Russian Foreign Minister Sergey Lavrov urges North Atlantic Treaty Organization, or NATO, to help stem the drug threat posed by Afghanistan.
"We urge NATO representatives to look for joint approaches to driving out the drug trafficking business and terrorism from Afghan soil," TASS news reported, citing Lavrov.
The plea was made while Lavrov was addressing the Parliamentarians Against Drugs Conference in Moscow.
The foreign minister added that "we cannot agree with those who call for surrender in the face of the onslaught by international drug crime, raise the white flag and open the gate in front of total drug liberalization."
Such an approach, he said, “would be fraught with a disaster unprecedented in scale.”
Afghanistan has an estimated 328,000 hectares of opium poppy cultivation, a 63 percent increase in production.
"Merger of drug trafficking and terrorism is a reality. With the money coming from drug trade it fuels and increases its deadly potential," Lavrov said.
"Drug incomes undermine international security and stability."
The United Nations Office on Drugs and Crime Executive Director Yury Fedotov explained that an uptick in Afghanistan's drug production could reflect cause an increase in drug use worldwide.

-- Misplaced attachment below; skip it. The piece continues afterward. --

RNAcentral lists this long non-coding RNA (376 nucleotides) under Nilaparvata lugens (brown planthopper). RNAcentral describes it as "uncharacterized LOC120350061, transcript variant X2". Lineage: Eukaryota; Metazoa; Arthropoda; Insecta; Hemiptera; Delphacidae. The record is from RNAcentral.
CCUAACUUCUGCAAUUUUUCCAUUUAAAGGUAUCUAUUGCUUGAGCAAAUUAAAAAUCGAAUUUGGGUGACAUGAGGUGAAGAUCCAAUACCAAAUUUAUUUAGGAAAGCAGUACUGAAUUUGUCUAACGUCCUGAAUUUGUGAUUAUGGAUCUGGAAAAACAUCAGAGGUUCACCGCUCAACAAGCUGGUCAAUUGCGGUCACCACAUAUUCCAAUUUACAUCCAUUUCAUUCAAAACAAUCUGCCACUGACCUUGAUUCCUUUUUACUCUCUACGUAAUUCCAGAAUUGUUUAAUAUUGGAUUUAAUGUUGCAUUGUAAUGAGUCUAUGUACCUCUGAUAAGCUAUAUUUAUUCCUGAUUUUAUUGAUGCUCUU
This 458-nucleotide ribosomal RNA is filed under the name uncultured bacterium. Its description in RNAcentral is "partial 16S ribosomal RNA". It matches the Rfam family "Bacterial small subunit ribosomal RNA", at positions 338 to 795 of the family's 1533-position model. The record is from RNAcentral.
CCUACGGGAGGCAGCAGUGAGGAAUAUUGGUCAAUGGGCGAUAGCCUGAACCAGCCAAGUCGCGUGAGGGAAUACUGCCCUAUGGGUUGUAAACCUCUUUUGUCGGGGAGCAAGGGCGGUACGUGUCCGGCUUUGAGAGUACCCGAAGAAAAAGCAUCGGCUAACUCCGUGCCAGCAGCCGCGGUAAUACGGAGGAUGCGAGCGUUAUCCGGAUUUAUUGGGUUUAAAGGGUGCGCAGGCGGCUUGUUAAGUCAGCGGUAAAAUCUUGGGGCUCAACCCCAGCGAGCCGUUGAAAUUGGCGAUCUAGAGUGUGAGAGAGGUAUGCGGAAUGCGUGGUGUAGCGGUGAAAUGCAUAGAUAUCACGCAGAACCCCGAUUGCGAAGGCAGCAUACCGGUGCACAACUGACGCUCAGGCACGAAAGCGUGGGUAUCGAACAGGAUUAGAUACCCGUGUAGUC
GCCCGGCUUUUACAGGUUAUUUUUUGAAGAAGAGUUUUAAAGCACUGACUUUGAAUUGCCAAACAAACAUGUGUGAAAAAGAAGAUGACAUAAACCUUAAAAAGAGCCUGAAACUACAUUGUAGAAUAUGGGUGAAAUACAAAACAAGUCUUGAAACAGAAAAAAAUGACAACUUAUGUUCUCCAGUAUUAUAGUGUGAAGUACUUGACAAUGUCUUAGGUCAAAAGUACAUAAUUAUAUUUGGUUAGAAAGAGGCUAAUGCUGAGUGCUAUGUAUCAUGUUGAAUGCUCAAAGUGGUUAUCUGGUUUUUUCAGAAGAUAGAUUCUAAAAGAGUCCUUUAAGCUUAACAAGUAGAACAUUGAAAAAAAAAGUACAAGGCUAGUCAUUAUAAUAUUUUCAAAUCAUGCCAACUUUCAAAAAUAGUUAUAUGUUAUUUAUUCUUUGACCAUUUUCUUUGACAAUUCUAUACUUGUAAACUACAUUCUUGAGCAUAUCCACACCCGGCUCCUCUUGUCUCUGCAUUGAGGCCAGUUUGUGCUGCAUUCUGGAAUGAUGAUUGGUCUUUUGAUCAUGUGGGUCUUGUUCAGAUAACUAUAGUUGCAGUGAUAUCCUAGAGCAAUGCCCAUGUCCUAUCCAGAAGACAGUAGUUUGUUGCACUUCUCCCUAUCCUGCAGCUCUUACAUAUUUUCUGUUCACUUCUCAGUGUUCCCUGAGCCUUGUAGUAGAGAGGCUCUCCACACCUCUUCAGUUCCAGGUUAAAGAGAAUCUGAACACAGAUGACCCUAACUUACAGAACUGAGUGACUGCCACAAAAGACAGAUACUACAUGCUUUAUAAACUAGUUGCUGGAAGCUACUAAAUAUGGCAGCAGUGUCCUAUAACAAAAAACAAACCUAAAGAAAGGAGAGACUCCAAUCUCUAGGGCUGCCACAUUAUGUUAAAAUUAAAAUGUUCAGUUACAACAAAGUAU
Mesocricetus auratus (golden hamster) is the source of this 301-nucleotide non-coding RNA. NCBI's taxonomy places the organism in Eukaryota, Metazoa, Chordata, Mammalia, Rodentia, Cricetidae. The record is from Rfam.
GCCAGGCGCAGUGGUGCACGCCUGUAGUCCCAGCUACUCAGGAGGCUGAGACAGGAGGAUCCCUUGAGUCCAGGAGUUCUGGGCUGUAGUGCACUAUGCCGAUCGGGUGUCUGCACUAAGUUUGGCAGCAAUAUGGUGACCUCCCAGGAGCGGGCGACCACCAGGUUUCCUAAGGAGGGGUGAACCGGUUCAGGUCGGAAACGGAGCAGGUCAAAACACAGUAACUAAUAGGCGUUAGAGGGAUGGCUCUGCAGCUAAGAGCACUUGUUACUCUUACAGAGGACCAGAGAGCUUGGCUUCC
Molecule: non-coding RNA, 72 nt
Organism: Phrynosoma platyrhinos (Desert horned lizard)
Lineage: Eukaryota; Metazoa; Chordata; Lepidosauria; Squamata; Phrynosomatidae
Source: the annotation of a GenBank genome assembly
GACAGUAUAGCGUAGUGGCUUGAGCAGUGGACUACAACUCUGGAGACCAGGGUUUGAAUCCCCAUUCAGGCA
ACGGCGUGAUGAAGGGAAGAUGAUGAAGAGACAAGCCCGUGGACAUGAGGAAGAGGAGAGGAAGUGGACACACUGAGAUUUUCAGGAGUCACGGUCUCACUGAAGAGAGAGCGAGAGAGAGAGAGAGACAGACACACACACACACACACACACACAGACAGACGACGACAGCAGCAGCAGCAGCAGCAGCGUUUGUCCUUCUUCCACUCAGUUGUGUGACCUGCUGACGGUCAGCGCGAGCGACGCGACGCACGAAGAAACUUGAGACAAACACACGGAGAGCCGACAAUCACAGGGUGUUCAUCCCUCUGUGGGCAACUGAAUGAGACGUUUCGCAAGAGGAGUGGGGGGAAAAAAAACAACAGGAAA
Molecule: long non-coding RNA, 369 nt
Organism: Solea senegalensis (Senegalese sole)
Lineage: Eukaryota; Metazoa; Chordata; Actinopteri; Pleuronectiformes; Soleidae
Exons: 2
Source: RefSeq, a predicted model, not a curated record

"The drug problem remains acute and relevant. The diversity of psychotropic substances require creative and common approaches to creating an effective antidote," Lavrov continued.
"We appreciate efforts being exerted by the law enforcers, who stand in the way of drug crime and in doing so often risk their lives," Lavrov said. "It is essential to keep building up their cooperation, enhancing the exchanges of online information and improving the law enforcers' technical base."
The minister said Moscow is urgently calling on NATO to look for joint efforts to fight the threat.